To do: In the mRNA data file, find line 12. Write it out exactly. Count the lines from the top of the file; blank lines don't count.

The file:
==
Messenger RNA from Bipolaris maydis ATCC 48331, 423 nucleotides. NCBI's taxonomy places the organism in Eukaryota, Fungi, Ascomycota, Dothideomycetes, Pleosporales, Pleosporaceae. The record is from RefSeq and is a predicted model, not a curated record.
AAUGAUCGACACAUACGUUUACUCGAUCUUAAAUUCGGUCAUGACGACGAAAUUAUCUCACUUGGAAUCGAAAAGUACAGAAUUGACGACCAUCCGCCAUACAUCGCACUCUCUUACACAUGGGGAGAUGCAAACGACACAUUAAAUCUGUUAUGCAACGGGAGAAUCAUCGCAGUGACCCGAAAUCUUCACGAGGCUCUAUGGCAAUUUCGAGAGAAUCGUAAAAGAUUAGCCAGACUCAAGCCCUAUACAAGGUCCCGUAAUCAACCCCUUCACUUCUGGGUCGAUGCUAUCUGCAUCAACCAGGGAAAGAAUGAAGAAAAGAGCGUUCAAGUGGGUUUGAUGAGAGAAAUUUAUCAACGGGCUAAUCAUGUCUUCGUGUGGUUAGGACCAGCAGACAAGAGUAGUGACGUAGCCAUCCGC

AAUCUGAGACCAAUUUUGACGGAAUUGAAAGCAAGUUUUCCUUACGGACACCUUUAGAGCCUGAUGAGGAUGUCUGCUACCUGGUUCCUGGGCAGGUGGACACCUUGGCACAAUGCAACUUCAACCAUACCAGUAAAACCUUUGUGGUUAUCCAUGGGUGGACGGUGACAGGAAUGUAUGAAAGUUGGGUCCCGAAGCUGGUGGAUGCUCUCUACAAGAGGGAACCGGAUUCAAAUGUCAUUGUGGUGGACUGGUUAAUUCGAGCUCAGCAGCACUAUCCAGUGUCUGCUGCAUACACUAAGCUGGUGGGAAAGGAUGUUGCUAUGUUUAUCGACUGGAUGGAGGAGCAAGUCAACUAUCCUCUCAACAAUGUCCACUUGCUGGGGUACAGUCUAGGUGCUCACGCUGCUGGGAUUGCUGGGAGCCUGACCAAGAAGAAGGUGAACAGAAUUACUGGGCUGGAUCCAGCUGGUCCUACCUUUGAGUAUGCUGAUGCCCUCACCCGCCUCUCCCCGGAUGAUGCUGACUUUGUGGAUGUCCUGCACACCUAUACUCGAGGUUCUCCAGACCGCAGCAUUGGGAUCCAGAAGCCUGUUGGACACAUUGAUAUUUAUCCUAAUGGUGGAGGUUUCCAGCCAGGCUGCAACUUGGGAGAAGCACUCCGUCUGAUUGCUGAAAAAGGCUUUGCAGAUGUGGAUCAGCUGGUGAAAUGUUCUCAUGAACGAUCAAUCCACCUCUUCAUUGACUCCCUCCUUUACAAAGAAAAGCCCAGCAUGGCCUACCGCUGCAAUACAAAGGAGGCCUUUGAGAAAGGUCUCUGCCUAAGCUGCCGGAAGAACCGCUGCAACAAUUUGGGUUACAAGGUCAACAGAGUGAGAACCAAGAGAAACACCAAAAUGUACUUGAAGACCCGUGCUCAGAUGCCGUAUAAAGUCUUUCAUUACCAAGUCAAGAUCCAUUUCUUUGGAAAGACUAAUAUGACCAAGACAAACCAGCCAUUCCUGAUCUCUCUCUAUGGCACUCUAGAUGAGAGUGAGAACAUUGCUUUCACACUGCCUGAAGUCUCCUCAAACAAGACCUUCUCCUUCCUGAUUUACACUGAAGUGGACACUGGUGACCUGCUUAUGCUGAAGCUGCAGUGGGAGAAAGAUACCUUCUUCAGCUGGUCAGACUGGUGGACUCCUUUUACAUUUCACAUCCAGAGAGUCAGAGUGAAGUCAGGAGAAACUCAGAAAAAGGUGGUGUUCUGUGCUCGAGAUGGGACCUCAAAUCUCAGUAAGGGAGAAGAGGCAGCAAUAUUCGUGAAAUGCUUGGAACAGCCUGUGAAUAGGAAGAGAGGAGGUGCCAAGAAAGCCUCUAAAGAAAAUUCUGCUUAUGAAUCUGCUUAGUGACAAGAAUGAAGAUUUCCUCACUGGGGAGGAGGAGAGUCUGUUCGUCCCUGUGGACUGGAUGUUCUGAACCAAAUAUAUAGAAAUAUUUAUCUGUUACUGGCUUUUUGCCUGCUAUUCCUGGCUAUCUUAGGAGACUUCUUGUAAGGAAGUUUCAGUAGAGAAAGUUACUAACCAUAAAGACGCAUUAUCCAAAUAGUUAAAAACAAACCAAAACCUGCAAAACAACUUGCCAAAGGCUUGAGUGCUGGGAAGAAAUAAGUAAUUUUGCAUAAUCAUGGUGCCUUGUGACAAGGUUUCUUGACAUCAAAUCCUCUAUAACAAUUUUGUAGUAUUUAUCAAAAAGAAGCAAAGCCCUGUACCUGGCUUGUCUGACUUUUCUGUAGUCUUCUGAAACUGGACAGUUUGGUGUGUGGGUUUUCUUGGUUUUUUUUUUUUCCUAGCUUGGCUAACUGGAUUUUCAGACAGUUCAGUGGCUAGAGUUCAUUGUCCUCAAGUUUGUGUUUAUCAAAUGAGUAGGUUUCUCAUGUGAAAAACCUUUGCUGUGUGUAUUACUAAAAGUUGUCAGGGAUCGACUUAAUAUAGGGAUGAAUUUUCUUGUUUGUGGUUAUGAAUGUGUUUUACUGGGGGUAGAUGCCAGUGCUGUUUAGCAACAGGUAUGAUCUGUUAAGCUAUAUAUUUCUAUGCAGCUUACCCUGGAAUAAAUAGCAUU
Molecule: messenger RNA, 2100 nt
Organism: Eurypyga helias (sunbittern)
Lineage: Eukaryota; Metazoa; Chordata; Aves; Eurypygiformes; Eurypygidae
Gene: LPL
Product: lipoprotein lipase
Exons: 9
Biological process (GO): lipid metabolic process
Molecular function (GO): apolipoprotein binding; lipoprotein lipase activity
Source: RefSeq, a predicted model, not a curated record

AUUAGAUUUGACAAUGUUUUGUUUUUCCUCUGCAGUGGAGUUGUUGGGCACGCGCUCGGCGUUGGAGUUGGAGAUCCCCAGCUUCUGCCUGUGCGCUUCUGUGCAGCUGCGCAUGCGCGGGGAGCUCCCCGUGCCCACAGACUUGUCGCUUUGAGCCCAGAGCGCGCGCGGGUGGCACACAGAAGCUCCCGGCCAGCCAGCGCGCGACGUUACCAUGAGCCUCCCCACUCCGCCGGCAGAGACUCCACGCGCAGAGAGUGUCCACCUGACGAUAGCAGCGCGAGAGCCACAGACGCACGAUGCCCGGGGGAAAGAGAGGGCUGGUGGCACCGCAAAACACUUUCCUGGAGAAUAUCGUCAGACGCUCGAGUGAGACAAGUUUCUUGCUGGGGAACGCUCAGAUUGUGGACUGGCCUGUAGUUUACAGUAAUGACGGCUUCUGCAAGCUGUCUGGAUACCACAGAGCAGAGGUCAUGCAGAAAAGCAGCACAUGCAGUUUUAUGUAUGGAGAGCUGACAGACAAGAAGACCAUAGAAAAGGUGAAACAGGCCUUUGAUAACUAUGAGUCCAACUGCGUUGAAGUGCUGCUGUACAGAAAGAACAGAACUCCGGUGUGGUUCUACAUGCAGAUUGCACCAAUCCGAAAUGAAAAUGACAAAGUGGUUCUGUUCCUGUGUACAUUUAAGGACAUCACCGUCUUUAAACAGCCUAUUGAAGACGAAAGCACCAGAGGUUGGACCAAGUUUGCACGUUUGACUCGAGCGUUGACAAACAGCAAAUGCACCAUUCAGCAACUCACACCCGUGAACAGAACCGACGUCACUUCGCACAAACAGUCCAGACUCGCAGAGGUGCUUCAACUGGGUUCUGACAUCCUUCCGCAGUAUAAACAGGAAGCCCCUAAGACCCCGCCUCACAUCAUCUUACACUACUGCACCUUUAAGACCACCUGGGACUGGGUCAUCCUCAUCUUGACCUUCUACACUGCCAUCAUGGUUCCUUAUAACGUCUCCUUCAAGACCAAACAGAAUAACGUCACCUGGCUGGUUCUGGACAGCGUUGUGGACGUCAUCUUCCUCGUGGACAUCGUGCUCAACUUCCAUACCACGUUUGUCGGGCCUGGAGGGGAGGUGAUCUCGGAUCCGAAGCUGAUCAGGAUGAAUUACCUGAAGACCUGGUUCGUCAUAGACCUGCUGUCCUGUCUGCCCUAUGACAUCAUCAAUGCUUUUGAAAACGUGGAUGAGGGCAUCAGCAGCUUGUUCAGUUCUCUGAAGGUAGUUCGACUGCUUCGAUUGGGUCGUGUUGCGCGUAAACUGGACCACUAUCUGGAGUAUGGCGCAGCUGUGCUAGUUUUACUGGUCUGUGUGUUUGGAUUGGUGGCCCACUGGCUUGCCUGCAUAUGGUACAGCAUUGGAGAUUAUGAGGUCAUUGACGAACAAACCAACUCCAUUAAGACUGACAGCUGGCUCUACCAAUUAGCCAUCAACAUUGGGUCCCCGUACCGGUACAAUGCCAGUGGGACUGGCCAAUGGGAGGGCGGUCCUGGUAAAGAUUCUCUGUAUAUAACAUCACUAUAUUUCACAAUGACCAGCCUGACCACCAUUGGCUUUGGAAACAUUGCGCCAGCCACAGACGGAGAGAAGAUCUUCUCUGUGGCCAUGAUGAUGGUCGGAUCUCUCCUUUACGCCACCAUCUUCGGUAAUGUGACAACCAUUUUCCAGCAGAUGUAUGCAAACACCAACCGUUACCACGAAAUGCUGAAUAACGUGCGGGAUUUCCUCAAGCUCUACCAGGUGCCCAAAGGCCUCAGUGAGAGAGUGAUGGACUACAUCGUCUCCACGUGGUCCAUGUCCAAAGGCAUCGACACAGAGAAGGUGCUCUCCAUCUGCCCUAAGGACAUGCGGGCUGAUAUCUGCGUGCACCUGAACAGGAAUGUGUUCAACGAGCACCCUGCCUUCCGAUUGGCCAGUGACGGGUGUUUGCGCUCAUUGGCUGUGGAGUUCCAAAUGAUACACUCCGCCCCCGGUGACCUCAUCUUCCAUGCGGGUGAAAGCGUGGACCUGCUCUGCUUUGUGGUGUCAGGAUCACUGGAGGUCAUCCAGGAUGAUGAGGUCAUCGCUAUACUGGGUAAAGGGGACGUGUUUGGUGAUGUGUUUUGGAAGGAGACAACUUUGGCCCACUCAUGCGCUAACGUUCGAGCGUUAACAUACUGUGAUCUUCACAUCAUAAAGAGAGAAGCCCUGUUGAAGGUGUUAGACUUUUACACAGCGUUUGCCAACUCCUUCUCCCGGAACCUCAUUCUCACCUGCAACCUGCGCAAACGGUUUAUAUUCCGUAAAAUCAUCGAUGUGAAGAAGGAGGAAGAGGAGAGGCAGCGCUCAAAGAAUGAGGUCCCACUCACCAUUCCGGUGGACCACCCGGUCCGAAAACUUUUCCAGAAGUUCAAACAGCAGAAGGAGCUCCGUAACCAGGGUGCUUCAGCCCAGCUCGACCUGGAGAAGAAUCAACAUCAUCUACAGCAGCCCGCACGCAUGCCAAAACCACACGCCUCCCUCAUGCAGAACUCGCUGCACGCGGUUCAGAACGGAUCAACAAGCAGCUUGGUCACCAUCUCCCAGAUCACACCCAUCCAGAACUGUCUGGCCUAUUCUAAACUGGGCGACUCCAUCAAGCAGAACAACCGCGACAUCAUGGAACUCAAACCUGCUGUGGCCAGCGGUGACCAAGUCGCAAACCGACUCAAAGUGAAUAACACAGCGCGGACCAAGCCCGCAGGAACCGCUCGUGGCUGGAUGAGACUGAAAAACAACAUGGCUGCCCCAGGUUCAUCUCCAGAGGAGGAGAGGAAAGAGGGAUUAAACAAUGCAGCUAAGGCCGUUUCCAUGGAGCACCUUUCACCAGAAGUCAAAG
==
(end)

Source: RefSeq, a predicted model, not a curated record